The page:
Bone morphogenetic proteins (BMPs) are well-established agents for inducing orthotopic and ectopic bone formation. However, their clinical usefulness as regenerative agents may be limited by a short in vivo half-life and low specific activity. BMP gene therapy is an alternative route for exploiting the bone-inductive activity of this class of molecules. To test the feasibility of this approach, we examined the osteogenic activity of AdCMV-BMP7, an adenovirus containing BMP7 cDNA under control of the CMV promoter that was constructed using Cre/lox recombination (Hardy et al.  J. Virol. 71:1842-1849). Adenovirus vectors were shown to readily infect a wide variety of cell types in vitro including osteoblasts, fibroblasts, and myoblasts. COS7 cells transduced with AdCMV-BMP7 produced high levels of BMP-7 (approximately 0.5 microg/10(6) cells). Furthermore, transduction of C2C12 murine myoblast cells with AdCMVBMP-7 suppressed the muscle phenotype and induced in vitro osteoblast differentiation. To test its in vivo biological activity, AdCMV-BMP7 was mixed with a bovine bone-derived collagen carrier (10(8) plaque-forming units virus/site) and was implanted into mouse muscle and dermal pouches. In both cases, an ossicle containing cortical and trabecular bone and a clearly defined marrow cavity formed at the site of virus implantation within 4 weeks. These data demonstrate that AdCMV-BMP7 transduced cells produce biologically active BMP-7 both in vitro and in vivo and show that gene therapy by direct viral transduction using a virus/matrix implant may be a viable route for stimulating bone regeneration.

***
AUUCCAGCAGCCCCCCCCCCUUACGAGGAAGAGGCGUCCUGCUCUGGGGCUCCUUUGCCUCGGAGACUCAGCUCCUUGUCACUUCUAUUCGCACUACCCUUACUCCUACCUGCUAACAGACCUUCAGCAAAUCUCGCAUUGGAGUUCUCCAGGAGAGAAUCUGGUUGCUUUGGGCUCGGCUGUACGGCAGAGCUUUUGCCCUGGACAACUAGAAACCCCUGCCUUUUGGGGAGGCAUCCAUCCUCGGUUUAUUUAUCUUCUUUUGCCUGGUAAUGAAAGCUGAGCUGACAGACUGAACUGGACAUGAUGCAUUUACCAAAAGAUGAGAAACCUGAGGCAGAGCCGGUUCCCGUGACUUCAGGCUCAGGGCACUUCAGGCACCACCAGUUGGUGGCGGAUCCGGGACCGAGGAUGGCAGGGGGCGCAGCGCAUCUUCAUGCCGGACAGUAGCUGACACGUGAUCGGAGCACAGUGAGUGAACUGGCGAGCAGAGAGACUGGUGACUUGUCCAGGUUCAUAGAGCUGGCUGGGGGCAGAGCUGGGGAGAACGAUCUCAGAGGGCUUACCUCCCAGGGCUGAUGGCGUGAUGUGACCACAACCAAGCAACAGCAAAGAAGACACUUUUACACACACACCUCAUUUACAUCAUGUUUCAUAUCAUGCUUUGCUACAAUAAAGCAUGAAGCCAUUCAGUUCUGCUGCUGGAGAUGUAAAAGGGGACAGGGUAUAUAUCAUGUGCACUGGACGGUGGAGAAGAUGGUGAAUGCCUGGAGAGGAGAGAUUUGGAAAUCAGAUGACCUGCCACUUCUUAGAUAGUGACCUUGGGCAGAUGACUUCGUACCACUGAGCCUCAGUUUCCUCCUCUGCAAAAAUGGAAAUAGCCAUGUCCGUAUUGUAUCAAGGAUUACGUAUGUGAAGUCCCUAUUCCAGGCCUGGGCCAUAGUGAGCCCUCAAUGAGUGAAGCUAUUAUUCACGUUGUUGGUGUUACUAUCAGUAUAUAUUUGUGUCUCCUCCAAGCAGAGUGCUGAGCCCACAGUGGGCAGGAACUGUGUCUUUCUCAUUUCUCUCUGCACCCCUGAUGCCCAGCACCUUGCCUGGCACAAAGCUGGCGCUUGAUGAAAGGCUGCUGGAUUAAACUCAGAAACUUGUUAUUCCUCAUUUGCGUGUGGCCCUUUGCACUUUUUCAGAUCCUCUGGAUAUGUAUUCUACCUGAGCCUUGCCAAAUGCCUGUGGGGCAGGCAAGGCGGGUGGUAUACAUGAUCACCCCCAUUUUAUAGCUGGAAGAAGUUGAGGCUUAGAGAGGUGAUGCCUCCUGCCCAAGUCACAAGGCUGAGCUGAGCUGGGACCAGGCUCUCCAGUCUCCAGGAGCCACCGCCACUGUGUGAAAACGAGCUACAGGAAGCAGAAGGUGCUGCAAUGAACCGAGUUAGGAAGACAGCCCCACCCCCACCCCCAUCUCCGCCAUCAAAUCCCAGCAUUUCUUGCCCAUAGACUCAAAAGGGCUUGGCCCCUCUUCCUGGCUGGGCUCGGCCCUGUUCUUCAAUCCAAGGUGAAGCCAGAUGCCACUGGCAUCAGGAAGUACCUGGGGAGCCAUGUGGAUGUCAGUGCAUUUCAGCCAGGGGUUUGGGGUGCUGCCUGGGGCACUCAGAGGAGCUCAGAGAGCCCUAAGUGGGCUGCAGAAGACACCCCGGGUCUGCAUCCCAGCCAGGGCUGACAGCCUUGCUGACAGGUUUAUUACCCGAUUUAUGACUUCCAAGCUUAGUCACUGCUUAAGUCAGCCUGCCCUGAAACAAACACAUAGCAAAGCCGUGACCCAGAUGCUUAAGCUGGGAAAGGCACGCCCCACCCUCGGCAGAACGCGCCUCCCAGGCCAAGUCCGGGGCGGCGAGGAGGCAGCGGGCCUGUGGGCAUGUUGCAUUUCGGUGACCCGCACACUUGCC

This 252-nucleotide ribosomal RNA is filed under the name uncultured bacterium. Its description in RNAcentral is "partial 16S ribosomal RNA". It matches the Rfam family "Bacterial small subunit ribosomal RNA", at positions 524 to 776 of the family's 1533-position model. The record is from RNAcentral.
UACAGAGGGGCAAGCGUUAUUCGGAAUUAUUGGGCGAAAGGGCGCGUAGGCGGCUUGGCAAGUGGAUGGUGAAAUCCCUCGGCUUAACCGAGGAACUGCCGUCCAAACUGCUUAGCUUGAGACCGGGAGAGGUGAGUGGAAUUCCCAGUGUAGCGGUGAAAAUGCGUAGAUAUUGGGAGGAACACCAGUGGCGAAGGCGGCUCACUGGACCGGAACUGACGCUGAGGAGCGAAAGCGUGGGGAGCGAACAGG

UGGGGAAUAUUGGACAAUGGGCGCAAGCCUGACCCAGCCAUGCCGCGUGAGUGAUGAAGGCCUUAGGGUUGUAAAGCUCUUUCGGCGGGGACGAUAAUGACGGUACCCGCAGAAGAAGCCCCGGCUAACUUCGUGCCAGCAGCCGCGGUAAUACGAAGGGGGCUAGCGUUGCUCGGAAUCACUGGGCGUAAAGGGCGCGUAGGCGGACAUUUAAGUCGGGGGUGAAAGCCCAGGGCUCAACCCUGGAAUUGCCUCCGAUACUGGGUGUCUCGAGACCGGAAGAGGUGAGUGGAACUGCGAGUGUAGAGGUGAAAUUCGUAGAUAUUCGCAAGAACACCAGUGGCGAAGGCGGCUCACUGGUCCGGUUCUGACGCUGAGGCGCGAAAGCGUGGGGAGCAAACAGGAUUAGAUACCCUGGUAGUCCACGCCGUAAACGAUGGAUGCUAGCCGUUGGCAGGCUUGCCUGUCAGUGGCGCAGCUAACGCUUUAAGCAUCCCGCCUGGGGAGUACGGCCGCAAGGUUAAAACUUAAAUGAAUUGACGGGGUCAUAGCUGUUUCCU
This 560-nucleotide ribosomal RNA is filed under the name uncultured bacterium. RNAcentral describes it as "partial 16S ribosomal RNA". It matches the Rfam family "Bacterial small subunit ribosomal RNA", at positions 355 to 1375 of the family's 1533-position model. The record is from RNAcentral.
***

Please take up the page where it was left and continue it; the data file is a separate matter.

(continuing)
Copyright 2000 Wiley-Liss, Inc.